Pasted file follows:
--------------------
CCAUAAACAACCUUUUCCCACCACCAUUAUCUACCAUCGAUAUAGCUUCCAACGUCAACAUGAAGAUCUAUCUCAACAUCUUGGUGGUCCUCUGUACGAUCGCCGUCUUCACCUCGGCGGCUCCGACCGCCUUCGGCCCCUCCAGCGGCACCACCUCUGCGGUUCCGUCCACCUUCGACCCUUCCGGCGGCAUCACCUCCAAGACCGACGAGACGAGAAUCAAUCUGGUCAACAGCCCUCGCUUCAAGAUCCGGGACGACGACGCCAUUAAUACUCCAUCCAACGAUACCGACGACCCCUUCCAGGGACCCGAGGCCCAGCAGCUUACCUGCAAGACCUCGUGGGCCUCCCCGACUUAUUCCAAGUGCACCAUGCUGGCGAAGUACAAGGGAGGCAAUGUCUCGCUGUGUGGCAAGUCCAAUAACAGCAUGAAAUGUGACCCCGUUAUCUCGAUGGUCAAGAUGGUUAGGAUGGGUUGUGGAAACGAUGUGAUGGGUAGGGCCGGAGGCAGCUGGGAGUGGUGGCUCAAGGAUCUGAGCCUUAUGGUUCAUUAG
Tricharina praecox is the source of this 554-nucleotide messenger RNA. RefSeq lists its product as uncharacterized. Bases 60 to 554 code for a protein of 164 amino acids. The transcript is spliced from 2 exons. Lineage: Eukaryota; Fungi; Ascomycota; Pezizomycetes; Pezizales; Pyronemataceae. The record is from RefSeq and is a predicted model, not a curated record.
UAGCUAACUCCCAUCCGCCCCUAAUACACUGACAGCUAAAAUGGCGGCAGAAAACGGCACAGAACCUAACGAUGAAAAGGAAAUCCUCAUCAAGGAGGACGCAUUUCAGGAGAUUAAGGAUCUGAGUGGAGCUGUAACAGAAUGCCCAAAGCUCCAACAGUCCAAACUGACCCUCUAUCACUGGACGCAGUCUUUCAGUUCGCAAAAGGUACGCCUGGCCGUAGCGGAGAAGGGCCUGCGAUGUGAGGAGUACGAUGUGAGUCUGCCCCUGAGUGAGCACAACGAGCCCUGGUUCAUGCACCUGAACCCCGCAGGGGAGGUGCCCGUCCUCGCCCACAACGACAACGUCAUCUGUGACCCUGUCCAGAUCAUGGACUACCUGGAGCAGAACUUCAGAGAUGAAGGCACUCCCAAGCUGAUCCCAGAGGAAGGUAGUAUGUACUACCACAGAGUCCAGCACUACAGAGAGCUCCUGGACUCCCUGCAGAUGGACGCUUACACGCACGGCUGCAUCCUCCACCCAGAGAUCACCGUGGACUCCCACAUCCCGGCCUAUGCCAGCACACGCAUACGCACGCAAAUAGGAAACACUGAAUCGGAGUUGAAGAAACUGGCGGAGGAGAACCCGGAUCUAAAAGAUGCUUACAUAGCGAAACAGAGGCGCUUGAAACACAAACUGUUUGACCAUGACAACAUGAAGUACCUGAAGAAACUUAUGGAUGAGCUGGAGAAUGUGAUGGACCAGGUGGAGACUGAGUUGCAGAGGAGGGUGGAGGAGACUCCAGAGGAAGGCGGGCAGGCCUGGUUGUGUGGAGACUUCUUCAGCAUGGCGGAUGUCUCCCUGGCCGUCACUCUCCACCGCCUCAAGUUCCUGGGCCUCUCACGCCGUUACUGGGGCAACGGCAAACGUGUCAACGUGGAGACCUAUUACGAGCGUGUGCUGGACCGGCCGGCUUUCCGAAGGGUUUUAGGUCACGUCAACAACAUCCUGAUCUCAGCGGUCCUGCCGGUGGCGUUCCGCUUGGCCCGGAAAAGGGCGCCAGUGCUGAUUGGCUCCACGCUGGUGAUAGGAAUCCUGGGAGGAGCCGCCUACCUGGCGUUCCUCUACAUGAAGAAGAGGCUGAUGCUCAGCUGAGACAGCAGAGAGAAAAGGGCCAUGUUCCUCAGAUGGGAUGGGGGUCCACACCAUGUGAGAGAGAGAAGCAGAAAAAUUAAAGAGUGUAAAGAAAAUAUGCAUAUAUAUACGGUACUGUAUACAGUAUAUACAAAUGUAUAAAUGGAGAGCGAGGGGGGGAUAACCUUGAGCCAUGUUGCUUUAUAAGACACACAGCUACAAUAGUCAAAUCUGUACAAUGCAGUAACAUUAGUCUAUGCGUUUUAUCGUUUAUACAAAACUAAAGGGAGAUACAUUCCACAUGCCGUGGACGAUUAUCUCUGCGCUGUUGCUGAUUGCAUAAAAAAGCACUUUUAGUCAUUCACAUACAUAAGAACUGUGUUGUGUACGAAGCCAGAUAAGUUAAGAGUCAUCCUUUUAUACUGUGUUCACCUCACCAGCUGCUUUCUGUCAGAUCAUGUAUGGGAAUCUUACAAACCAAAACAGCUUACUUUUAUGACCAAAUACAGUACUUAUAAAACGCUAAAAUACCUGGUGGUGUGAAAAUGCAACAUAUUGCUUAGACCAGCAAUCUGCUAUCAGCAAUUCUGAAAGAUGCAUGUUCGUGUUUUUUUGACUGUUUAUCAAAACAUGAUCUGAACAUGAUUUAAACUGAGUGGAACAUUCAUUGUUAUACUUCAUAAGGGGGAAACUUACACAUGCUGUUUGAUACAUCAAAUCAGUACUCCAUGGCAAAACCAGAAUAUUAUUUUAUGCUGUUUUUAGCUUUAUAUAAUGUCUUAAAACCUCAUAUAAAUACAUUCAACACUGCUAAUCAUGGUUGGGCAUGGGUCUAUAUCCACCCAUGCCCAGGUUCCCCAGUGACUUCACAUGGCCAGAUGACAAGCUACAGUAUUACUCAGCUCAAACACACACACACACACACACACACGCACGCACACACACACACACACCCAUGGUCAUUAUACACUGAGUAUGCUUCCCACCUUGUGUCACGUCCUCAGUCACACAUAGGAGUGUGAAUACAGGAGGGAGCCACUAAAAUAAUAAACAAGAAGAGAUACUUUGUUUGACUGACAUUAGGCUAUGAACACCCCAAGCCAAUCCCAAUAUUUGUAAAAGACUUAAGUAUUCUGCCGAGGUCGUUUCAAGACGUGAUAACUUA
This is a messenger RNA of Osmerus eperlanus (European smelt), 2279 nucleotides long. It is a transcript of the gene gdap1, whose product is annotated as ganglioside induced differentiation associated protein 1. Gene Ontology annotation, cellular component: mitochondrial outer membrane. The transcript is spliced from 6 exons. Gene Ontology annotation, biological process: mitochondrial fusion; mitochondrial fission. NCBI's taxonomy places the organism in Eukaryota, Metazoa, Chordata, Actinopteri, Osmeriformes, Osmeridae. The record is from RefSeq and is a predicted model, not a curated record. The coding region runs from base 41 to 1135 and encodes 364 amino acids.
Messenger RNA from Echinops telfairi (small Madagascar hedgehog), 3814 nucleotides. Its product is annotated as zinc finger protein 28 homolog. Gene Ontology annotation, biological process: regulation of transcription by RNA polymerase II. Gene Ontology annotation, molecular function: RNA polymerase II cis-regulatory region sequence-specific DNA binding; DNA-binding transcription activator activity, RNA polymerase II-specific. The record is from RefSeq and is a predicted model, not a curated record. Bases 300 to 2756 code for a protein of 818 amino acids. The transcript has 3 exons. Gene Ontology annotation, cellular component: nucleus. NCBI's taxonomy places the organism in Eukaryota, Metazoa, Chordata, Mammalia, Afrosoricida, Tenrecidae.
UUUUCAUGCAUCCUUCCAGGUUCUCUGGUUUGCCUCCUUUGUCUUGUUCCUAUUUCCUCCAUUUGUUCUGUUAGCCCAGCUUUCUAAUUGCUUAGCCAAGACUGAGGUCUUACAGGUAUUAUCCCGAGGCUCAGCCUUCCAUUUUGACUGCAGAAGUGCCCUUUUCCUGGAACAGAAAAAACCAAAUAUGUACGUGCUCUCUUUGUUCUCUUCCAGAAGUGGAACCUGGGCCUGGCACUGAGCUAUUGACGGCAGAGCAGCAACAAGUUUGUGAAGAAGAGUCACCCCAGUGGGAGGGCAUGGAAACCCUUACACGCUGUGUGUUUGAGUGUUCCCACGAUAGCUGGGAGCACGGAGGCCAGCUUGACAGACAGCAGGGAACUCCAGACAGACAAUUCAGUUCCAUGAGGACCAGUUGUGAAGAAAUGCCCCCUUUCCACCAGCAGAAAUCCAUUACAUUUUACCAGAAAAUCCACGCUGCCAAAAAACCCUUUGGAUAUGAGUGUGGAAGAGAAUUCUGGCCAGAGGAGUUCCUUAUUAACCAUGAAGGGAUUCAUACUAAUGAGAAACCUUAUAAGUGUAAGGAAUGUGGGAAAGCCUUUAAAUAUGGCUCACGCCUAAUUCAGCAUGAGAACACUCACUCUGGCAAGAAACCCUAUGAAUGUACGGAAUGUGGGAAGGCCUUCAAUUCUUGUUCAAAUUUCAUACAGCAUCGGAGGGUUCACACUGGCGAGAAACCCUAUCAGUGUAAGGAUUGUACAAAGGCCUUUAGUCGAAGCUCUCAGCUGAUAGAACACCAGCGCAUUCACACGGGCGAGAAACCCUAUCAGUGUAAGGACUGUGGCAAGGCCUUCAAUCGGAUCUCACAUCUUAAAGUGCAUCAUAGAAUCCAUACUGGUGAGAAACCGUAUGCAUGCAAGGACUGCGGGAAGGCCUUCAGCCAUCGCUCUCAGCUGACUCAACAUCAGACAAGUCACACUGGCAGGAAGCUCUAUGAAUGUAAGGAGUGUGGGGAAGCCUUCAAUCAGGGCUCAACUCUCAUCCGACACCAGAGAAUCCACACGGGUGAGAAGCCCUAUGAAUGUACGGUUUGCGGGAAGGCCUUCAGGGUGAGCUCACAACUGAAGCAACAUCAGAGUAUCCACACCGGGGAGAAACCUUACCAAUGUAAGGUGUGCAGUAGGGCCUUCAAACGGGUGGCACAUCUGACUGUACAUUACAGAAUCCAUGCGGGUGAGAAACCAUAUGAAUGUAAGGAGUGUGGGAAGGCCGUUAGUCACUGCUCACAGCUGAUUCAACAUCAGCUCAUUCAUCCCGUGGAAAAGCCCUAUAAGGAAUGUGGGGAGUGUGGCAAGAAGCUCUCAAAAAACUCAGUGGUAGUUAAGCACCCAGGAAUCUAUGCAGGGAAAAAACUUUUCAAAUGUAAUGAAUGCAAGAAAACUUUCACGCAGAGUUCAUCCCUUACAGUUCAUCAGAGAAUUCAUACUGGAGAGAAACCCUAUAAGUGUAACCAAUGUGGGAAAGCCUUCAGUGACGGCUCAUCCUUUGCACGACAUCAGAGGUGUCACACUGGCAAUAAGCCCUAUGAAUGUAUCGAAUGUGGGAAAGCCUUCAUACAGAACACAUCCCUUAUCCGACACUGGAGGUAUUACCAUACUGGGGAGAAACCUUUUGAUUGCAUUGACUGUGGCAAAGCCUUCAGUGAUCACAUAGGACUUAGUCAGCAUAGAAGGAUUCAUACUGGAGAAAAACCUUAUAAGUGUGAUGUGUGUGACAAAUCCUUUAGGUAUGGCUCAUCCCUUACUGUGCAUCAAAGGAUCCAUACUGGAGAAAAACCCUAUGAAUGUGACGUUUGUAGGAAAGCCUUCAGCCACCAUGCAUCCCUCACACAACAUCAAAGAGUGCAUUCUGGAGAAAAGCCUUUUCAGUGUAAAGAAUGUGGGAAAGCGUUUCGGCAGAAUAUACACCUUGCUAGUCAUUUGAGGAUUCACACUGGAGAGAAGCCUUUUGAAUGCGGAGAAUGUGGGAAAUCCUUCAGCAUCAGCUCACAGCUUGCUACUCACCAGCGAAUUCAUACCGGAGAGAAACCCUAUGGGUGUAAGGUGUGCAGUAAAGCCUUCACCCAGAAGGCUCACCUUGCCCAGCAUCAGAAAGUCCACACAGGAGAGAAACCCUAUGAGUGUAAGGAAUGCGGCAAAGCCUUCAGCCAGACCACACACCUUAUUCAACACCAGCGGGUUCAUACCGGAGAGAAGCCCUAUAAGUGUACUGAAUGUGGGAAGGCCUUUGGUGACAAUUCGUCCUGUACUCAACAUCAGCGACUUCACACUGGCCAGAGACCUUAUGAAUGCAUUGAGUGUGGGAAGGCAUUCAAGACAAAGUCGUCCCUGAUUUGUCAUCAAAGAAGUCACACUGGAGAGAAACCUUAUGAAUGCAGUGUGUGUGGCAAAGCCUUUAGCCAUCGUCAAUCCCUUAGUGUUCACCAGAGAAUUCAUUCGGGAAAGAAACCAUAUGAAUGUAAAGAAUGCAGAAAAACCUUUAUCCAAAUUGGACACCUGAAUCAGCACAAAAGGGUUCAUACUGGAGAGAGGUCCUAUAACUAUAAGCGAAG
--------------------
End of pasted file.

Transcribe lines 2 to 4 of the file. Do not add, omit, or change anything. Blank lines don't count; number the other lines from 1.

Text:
Tricharina praecox is the source of this 554-nucleotide messenger RNA. RefSeq lists its product as uncharacterized. Bases 60 to 554 code for a protein of 164 amino acids. The transcript is spliced from 2 exons. Lineage: Eukaryota; Fungi; Ascomycota; Pezizomycetes; Pezizales; Pyronemataceae. The record is from RefSeq and is a predicted model, not a curated record.
UAGCUAACUCCCAUCCGCCCCUAAUACACUGACAGCUAAAAUGGCGGCAGAAAACGGCACAGAACCUAACGAUGAAAAGGAAAUCCUCAUCAAGGAGGACGCAUUUCAGGAGAUUAAGGAUCUGAGUGGAGCUGUAACAGAAUGCCCAAAGCUCCAACAGUCCAAACUGACCCUCUAUCACUGGACGCAGUCUUUCAGUUCGCAAAAGGUACGCCUGGCCGUAGCGGAGAAGGGCCUGCGAUGUGAGGAGUACGAUGUGAGUCUGCCCCUGAGUGAGCACAACGAGCCCUGGUUCAUGCACCUGAACCCCGCAGGGGAGGUGCCCGUCCUCGCCCACAACGACAACGUCAUCUGUGACCCUGUCCAGAUCAUGGACUACCUGGAGCAGAACUUCAGAGAUGAAGGCACUCCCAAGCUGAUCCCAGAGGAAGGUAGUAUGUACUACCACAGAGUCCAGCACUACAGAGAGCUCCUGGACUCCCUGCAGAUGGACGCUUACACGCACGGCUGCAUCCUCCACCCAGAGAUCACCGUGGACUCCCACAUCCCGGCCUAUGCCAGCACACGCAUACGCACGCAAAUAGGAAACACUGAAUCGGAGUUGAAGAAACUGGCGGAGGAGAACCCGGAUCUAAAAGAUGCUUACAUAGCGAAACAGAGGCGCUUGAAACACAAACUGUUUGACCAUGACAACAUGAAGUACCUGAAGAAACUUAUGGAUGAGCUGGAGAAUGUGAUGGACCAGGUGGAGACUGAGUUGCAGAGGAGGGUGGAGGAGACUCCAGAGGAAGGCGGGCAGGCCUGGUUGUGUGGAGACUUCUUCAGCAUGGCGGAUGUCUCCCUGGCCGUCACUCUCCACCGCCUCAAGUUCCUGGGCCUCUCACGCCGUUACUGGGGCAACGGCAAACGUGUCAACGUGGAGACCUAUUACGAGCGUGUGCUGGACCGGCCGGCUUUCCGAAGGGUUUUAGGUCACGUCAACAACAUCCUGAUCUCAGCGGUCCUGCCGGUGGCGUUCCGCUUGGCCCGGAAAAGGGCGCCAGUGCUGAUUGGCUCCACGCUGGUGAUAGGAAUCCUGGGAGGAGCCGCCUACCUGGCGUUCCUCUACAUGAAGAAGAGGCUGAUGCUCAGCUGAGACAGCAGAGAGAAAAGGGCCAUGUUCCUCAGAUGGGAUGGGGGUCCACACCAUGUGAGAGAGAGAAGCAGAAAAAUUAAAGAGUGUAAAGAAAAUAUGCAUAUAUAUACGGUACUGUAUACAGUAUAUACAAAUGUAUAAAUGGAGAGCGAGGGGGGGAUAACCUUGAGCCAUGUUGCUUUAUAAGACACACAGCUACAAUAGUCAAAUCUGUACAAUGCAGUAACAUUAGUCUAUGCGUUUUAUCGUUUAUACAAAACUAAAGGGAGAUACAUUCCACAUGCCGUGGACGAUUAUCUCUGCGCUGUUGCUGAUUGCAUAAAAAAGCACUUUUAGUCAUUCACAUACAUAAGAACUGUGUUGUGUACGAAGCCAGAUAAGUUAAGAGUCAUCCUUUUAUACUGUGUUCACCUCACCAGCUGCUUUCUGUCAGAUCAUGUAUGGGAAUCUUACAAACCAAAACAGCUUACUUUUAUGACCAAAUACAGUACUUAUAAAACGCUAAAAUACCUGGUGGUGUGAAAAUGCAACAUAUUGCUUAGACCAGCAAUCUGCUAUCAGCAAUUCUGAAAGAUGCAUGUUCGUGUUUUUUUGACUGUUUAUCAAAACAUGAUCUGAACAUGAUUUAAACUGAGUGGAACAUUCAUUGUUAUACUUCAUAAGGGGGAAACUUACACAUGCUGUUUGAUACAUCAAAUCAGUACUCCAUGGCAAAACCAGAAUAUUAUUUUAUGCUGUUUUUAGCUUUAUAUAAUGUCUUAAAACCUCAUAUAAAUACAUUCAACACUGCUAAUCAUGGUUGGGCAUGGGUCUAUAUCCACCCAUGCCCAGGUUCCCCAGUGACUUCACAUGGCCAGAUGACAAGCUACAGUAUUACUCAGCUCAAACACACACACACACACACACACACGCACGCACACACACACACACACCCAUGGUCAUUAUACACUGAGUAUGCUUCCCACCUUGUGUCACGUCCUCAGUCACACAUAGGAGUGUGAAUACAGGAGGGAGCCACUAAAAUAAUAAACAAGAAGAGAUACUUUGUUUGACUGACAUUAGGCUAUGAACACCCCAAGCCAAUCCCAAUAUUUGUAAAAGACUUAAGUAUUCUGCCGAGGUCGUUUCAAGACGUGAUAACUUA
This is a messenger RNA of Osmerus eperlanus (European smelt), 2279 nucleotides long. It is a transcript of the gene gdap1, whose product is annotated as ganglioside induced differentiation associated protein 1. Gene Ontology annotation, cellular component: mitochondrial outer membrane. The transcript is spliced from 6 exons. Gene Ontology annotation, biological process: mitochondrial fusion; mitochondrial fission. NCBI's taxonomy places the organism in Eukaryota, Metazoa, Chordata, Actinopteri, Osmeriformes, Osmeridae. The record is from RefSeq and is a predicted model, not a curated record. The coding region runs from base 41 to 1135 and encodes 364 amino acids.